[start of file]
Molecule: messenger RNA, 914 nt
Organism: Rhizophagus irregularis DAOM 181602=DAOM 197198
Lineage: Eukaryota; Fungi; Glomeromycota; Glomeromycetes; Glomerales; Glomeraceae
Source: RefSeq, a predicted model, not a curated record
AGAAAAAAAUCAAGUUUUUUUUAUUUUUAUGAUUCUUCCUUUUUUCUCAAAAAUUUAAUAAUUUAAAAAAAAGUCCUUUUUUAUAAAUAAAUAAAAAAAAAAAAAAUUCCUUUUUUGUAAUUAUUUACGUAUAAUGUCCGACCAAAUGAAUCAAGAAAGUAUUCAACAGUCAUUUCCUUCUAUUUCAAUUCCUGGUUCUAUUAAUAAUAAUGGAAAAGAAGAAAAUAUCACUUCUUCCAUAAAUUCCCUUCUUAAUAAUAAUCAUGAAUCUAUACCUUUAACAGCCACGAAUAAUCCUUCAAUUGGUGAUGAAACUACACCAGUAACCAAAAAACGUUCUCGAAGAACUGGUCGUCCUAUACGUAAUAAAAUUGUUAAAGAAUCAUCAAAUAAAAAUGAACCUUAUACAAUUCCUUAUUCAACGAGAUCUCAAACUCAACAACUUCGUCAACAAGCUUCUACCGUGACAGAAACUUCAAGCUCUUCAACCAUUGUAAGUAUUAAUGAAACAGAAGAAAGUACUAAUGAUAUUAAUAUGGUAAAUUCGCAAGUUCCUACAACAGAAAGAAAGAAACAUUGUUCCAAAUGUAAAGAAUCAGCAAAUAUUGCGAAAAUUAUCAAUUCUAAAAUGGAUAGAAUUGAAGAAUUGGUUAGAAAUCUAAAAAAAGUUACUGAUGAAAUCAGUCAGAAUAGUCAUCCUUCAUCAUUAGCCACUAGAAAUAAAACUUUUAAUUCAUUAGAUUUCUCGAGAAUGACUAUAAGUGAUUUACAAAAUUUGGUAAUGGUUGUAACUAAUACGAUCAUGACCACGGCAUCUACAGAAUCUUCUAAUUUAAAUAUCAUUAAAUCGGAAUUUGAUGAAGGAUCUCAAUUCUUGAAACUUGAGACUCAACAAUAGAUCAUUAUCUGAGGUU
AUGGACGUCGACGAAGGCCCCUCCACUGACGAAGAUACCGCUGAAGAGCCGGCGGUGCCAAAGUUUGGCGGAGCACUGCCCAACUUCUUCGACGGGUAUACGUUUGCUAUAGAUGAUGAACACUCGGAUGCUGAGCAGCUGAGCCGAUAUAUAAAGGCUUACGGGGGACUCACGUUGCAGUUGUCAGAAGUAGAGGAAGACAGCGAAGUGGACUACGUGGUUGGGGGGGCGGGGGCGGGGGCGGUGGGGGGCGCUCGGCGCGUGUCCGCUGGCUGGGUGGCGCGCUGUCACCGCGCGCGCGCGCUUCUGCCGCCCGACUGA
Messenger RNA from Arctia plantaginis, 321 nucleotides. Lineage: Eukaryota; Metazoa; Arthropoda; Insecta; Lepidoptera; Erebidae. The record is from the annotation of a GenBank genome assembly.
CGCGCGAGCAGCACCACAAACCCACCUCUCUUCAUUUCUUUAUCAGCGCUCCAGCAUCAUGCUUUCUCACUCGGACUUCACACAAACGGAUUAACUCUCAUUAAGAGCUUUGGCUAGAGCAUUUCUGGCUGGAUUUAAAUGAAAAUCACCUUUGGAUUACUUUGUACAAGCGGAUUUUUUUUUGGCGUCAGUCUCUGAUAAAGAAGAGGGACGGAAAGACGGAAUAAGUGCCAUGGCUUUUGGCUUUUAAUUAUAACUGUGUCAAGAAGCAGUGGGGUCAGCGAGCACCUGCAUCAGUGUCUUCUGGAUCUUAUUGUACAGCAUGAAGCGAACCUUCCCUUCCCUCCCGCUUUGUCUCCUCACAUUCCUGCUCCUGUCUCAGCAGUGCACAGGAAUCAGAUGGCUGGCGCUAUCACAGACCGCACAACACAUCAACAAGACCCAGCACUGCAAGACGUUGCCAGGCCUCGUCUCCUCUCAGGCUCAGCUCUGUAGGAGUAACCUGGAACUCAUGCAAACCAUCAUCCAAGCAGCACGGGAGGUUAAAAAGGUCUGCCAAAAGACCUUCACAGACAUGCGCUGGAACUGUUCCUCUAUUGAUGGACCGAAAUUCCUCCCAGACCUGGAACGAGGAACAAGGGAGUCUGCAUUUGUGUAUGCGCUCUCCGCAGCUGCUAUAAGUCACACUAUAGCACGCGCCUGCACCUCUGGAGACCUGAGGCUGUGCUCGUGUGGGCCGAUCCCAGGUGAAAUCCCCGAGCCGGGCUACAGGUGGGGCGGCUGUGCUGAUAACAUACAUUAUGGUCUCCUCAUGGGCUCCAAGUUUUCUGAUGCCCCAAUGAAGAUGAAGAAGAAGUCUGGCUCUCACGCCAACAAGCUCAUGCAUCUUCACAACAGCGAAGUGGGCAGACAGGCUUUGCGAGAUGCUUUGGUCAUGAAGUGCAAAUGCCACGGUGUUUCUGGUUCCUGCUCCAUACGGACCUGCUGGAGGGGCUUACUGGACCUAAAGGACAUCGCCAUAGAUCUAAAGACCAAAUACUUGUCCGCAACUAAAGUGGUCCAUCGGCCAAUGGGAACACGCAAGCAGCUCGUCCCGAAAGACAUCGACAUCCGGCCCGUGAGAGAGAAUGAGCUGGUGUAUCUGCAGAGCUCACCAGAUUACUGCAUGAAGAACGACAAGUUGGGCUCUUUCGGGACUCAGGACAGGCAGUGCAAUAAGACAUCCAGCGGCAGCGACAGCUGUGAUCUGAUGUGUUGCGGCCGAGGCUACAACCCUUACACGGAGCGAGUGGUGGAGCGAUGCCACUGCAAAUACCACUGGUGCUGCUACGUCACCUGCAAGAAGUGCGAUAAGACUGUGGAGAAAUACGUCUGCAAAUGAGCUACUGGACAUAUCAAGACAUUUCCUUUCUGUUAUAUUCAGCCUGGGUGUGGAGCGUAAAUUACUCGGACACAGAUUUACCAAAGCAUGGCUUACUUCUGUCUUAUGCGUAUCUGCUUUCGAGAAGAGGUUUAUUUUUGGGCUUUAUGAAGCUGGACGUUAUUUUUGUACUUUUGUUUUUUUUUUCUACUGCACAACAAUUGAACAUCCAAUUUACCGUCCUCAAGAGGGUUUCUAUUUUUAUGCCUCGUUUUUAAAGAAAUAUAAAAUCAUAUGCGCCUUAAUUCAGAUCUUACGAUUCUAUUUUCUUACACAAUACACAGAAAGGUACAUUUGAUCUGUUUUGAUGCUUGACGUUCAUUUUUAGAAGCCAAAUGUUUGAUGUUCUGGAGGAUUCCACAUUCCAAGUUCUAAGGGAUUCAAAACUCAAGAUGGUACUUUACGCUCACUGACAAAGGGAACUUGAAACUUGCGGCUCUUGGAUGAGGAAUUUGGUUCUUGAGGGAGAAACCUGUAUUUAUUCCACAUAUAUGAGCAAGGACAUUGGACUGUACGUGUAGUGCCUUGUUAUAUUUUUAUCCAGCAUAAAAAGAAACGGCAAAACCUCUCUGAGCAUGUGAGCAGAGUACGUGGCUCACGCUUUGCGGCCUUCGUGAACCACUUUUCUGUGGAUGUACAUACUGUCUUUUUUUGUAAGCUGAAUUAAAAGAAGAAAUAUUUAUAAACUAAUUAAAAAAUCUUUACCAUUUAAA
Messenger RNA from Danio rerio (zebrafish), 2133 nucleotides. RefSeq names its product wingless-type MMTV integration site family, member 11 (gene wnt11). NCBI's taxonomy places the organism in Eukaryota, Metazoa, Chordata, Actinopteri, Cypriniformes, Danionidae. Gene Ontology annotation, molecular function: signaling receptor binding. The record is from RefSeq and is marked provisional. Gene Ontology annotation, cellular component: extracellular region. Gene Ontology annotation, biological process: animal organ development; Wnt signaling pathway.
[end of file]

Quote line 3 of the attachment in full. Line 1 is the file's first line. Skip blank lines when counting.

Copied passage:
Lineage: Eukaryota; Fungi; Glomeromycota; Glomeromycetes; Glomerales; Glomeraceae